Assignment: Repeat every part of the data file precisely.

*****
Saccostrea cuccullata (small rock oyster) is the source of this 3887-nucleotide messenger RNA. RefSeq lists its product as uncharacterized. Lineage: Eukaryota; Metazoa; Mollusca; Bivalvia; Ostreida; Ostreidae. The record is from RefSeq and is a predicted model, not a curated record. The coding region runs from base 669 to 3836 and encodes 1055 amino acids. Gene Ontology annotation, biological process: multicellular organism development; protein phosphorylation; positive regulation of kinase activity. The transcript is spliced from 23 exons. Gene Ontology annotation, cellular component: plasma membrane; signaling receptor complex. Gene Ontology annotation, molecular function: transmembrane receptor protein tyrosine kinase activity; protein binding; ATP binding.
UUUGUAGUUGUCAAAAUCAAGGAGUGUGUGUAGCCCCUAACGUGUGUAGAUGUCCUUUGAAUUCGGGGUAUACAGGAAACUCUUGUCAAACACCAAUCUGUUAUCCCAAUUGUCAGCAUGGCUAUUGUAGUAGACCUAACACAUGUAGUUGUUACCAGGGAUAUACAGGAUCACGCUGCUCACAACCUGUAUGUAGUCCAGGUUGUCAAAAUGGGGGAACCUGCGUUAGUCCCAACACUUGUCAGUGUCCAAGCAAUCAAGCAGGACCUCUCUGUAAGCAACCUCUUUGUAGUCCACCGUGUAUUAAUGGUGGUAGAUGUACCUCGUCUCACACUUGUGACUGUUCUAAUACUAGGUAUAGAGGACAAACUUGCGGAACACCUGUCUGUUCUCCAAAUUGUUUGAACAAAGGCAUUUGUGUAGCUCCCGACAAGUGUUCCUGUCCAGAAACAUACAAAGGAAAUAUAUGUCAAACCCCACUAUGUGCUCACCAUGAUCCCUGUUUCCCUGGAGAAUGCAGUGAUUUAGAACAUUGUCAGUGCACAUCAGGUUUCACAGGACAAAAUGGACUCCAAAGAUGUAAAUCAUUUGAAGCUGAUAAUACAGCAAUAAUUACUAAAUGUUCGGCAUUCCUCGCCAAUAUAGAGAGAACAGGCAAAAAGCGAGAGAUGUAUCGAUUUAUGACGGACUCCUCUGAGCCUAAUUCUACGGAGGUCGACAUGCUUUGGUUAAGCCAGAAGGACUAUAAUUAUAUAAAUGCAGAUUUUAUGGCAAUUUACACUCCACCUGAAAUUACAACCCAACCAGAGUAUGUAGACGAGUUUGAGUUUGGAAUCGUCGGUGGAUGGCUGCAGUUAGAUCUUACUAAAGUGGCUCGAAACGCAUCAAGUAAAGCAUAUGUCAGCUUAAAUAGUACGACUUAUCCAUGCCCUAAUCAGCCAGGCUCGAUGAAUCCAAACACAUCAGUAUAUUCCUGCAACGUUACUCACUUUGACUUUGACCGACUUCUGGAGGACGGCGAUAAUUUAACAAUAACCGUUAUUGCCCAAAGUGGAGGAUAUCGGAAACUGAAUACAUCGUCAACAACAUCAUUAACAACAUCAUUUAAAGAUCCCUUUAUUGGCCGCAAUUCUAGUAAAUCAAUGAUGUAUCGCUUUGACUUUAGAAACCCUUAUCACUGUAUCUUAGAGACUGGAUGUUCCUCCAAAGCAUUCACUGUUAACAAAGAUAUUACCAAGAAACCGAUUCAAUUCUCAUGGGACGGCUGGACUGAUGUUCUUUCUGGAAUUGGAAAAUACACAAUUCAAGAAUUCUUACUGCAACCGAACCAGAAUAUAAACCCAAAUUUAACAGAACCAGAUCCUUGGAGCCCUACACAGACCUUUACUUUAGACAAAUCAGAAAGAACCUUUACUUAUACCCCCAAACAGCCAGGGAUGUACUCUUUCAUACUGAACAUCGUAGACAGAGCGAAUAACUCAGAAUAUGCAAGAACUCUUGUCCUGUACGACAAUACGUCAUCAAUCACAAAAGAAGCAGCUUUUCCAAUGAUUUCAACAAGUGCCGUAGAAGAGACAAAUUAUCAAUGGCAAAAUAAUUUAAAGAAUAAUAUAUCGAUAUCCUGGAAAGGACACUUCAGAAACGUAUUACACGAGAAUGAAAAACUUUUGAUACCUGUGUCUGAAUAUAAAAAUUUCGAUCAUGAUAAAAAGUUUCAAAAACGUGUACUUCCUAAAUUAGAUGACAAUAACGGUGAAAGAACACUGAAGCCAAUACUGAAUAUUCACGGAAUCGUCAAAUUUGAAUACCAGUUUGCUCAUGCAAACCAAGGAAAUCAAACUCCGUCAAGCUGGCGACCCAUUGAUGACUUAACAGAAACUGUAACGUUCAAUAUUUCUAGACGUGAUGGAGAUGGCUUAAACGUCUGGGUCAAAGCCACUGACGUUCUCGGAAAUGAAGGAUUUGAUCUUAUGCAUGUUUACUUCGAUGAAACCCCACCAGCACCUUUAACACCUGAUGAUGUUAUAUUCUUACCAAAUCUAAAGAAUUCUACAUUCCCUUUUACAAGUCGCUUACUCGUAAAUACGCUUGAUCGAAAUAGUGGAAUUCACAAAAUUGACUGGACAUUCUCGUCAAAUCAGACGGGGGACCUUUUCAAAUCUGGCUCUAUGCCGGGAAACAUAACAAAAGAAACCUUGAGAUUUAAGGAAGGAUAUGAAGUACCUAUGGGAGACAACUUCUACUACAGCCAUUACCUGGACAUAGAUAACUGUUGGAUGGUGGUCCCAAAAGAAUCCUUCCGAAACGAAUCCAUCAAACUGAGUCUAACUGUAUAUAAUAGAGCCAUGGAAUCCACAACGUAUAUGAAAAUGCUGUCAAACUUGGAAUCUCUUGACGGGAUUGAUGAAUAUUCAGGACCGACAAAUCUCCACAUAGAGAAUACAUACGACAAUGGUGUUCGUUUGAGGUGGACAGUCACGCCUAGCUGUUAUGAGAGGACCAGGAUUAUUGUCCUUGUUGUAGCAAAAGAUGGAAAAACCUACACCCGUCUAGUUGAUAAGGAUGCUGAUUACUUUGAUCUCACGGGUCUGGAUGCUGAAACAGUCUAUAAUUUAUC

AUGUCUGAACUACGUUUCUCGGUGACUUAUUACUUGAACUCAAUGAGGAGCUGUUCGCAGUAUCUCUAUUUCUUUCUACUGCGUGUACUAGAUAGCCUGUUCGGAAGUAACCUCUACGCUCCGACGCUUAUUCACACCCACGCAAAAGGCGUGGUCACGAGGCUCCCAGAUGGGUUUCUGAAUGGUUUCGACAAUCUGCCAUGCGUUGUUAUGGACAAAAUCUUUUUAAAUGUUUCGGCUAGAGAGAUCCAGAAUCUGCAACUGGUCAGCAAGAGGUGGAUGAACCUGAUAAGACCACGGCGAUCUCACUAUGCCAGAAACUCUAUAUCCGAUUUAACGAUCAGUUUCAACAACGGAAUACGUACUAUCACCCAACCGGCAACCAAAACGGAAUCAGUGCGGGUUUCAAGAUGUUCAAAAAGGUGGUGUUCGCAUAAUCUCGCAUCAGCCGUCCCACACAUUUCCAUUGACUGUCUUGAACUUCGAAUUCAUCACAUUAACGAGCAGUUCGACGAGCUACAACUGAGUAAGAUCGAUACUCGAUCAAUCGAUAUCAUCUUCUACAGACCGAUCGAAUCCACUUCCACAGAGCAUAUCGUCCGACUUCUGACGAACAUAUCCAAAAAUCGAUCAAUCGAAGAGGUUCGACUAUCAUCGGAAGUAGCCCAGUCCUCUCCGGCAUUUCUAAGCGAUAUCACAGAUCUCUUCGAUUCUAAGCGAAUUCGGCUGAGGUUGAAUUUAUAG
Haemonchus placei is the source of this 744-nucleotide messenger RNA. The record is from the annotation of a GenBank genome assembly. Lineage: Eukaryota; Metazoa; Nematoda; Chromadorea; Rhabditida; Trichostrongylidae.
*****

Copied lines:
Saccostrea cuccullata (small rock oyster) is the source of this 3887-nucleotide messenger RNA. RefSeq lists its product as uncharacterized. Lineage: Eukaryota; Metazoa; Mollusca; Bivalvia; Ostreida; Ostreidae. The record is from RefSeq and is a predicted model, not a curated record. The coding region runs from base 669 to 3836 and encodes 1055 amino acids. Gene Ontology annotation, biological process: multicellular organism development; protein phosphorylation; positive regulation of kinase activity. The transcript is spliced from 23 exons. Gene Ontology annotation, cellular component: plasma membrane; signaling receptor complex. Gene Ontology annotation, molecular function: transmembrane receptor protein tyrosine kinase activity; protein binding; ATP binding.
UUUGUAGUUGUCAAAAUCAAGGAGUGUGUGUAGCCCCUAACGUGUGUAGAUGUCCUUUGAAUUCGGGGUAUACAGGAAACUCUUGUCAAACACCAAUCUGUUAUCCCAAUUGUCAGCAUGGCUAUUGUAGUAGACCUAACACAUGUAGUUGUUACCAGGGAUAUACAGGAUCACGCUGCUCACAACCUGUAUGUAGUCCAGGUUGUCAAAAUGGGGGAACCUGCGUUAGUCCCAACACUUGUCAGUGUCCAAGCAAUCAAGCAGGACCUCUCUGUAAGCAACCUCUUUGUAGUCCACCGUGUAUUAAUGGUGGUAGAUGUACCUCGUCUCACACUUGUGACUGUUCUAAUACUAGGUAUAGAGGACAAACUUGCGGAACACCUGUCUGUUCUCCAAAUUGUUUGAACAAAGGCAUUUGUGUAGCUCCCGACAAGUGUUCCUGUCCAGAAACAUACAAAGGAAAUAUAUGUCAAACCCCACUAUGUGCUCACCAUGAUCCCUGUUUCCCUGGAGAAUGCAGUGAUUUAGAACAUUGUCAGUGCACAUCAGGUUUCACAGGACAAAAUGGACUCCAAAGAUGUAAAUCAUUUGAAGCUGAUAAUACAGCAAUAAUUACUAAAUGUUCGGCAUUCCUCGCCAAUAUAGAGAGAACAGGCAAAAAGCGAGAGAUGUAUCGAUUUAUGACGGACUCCUCUGAGCCUAAUUCUACGGAGGUCGACAUGCUUUGGUUAAGCCAGAAGGACUAUAAUUAUAUAAAUGCAGAUUUUAUGGCAAUUUACACUCCACCUGAAAUUACAACCCAACCAGAGUAUGUAGACGAGUUUGAGUUUGGAAUCGUCGGUGGAUGGCUGCAGUUAGAUCUUACUAAAGUGGCUCGAAACGCAUCAAGUAAAGCAUAUGUCAGCUUAAAUAGUACGACUUAUCCAUGCCCUAAUCAGCCAGGCUCGAUGAAUCCAAACACAUCAGUAUAUUCCUGCAACGUUACUCACUUUGACUUUGACCGACUUCUGGAGGACGGCGAUAAUUUAACAAUAACCGUUAUUGCCCAAAGUGGAGGAUAUCGGAAACUGAAUACAUCGUCAACAACAUCAUUAACAACAUCAUUUAAAGAUCCCUUUAUUGGCCGCAAUUCUAGUAAAUCAAUGAUGUAUCGCUUUGACUUUAGAAACCCUUAUCACUGUAUCUUAGAGACUGGAUGUUCCUCCAAAGCAUUCACUGUUAACAAAGAUAUUACCAAGAAACCGAUUCAAUUCUCAUGGGACGGCUGGACUGAUGUUCUUUCUGGAAUUGGAAAAUACACAAUUCAAGAAUUCUUACUGCAACCGAACCAGAAUAUAAACCCAAAUUUAACAGAACCAGAUCCUUGGAGCCCUACACAGACCUUUACUUUAGACAAAUCAGAAAGAACCUUUACUUAUACCCCCAAACAGCCAGGGAUGUACUCUUUCAUACUGAACAUCGUAGACAGAGCGAAUAACUCAGAAUAUGCAAGAACUCUUGUCCUGUACGACAAUACGUCAUCAAUCACAAAAGAAGCAGCUUUUCCAAUGAUUUCAACAAGUGCCGUAGAAGAGACAAAUUAUCAAUGGCAAAAUAAUUUAAAGAAUAAUAUAUCGAUAUCCUGGAAAGGACACUUCAGAAACGUAUUACACGAGAAUGAAAAACUUUUGAUACCUGUGUCUGAAUAUAAAAAUUUCGAUCAUGAUAAAAAGUUUCAAAAACGUGUACUUCCUAAAUUAGAUGACAAUAACGGUGAAAGAACACUGAAGCCAAUACUGAAUAUUCACGGAAUCGUCAAAUUUGAAUACCAGUUUGCUCAUGCAAACCAAGGAAAUCAAACUCCGUCAAGCUGGCGACCCAUUGAUGACUUAACAGAAACUGUAACGUUCAAUAUUUCUAGACGUGAUGGAGAUGGCUUAAACGUCUGGGUCAAAGCCACUGACGUUCUCGGAAAUGAAGGAUUUGAUCUUAUGCAUGUUUACUUCGAUGAAACCCCACCAGCACCUUUAACACCUGAUGAUGUUAUAUUCUUACCAAAUCUAAAGAAUUCUACAUUCCCUUUUACAAGUCGCUUACUCGUAAAUACGCUUGAUCGAAAUAGUGGAAUUCACAAAAUUGACUGGACAUUCUCGUCAAAUCAGACGGGGGACCUUUUCAAAUCUGGCUCUAUGCCGGGAAACAUAACAAAAGAAACCUUGAGAUUUAAGGAAGGAUAUGAAGUACCUAUGGGAGACAACUUCUACUACAGCCAUUACCUGGACAUAGAUAACUGUUGGAUGGUGGUCCCAAAAGAAUCCUUCCGAAACGAAUCCAUCAAACUGAGUCUAACUGUAUAUAAUAGAGCCAUGGAAUCCACAACGUAUAUGAAAAUGCUGUCAAACUUGGAAUCUCUUGACGGGAUUGAUGAAUAUUCAGGACCGACAAAUCUCCACAUAGAGAAUACAUACGACAAUGGUGUUCGUUUGAGGUGGACAGUCACGCCUAGCUGUUAUGAGAGGACCAGGAUUAUUGUCCUUGUUGUAGCAAAAGAUGGAAAAACCUACACCCGUCUAGUUGAUAAGGAUGCUGAUUACUUUGAUCUCACGGGUCUGGAUGCUGAAACAGUCUAUAAUUUAUC

AUGUCUGAACUACGUUUCUCGGUGACUUAUUACUUGAACUCAAUGAGGAGCUGUUCGCAGUAUCUCUAUUUCUUUCUACUGCGUGUACUAGAUAGCCUGUUCGGAAGUAACCUCUACGCUCCGACGCUUAUUCACACCCACGCAAAAGGCGUGGUCACGAGGCUCCCAGAUGGGUUUCUGAAUGGUUUCGACAAUCUGCCAUGCGUUGUUAUGGACAAAAUCUUUUUAAAUGUUUCGGCUAGAGAGAUCCAGAAUCUGCAACUGGUCAGCAAGAGGUGGAUGAACCUGAUAAGACCACGGCGAUCUCACUAUGCCAGAAACUCUAUAUCCGAUUUAACGAUCAGUUUCAACAACGGAAUACGUACUAUCACCCAACCGGCAACCAAAACGGAAUCAGUGCGGGUUUCAAGAUGUUCAAAAAGGUGGUGUUCGCAUAAUCUCGCAUCAGCCGUCCCACACAUUUCCAUUGACUGUCUUGAACUUCGAAUUCAUCACAUUAACGAGCAGUUCGACGAGCUACAACUGAGUAAGAUCGAUACUCGAUCAAUCGAUAUCAUCUUCUACAGACCGAUCGAAUCCACUUCCACAGAGCAUAUCGUCCGACUUCUGACGAACAUAUCCAAAAAUCGAUCAAUCGAAGAGGUUCGACUAUCAUCGGAAGUAGCCCAGUCCUCUCCGGCAUUUCUAAGCGAUAUCACAGAUCUCUUCGAUUCUAAGCGAAUUCGGCUGAGGUUGAAUUUAUAG
Haemonchus placei is the source of this 744-nucleotide messenger RNA. The record is from the annotation of a GenBank genome assembly. Lineage: Eukaryota; Metazoa; Nematoda; Chromadorea; Rhabditida; Trichostrongylidae.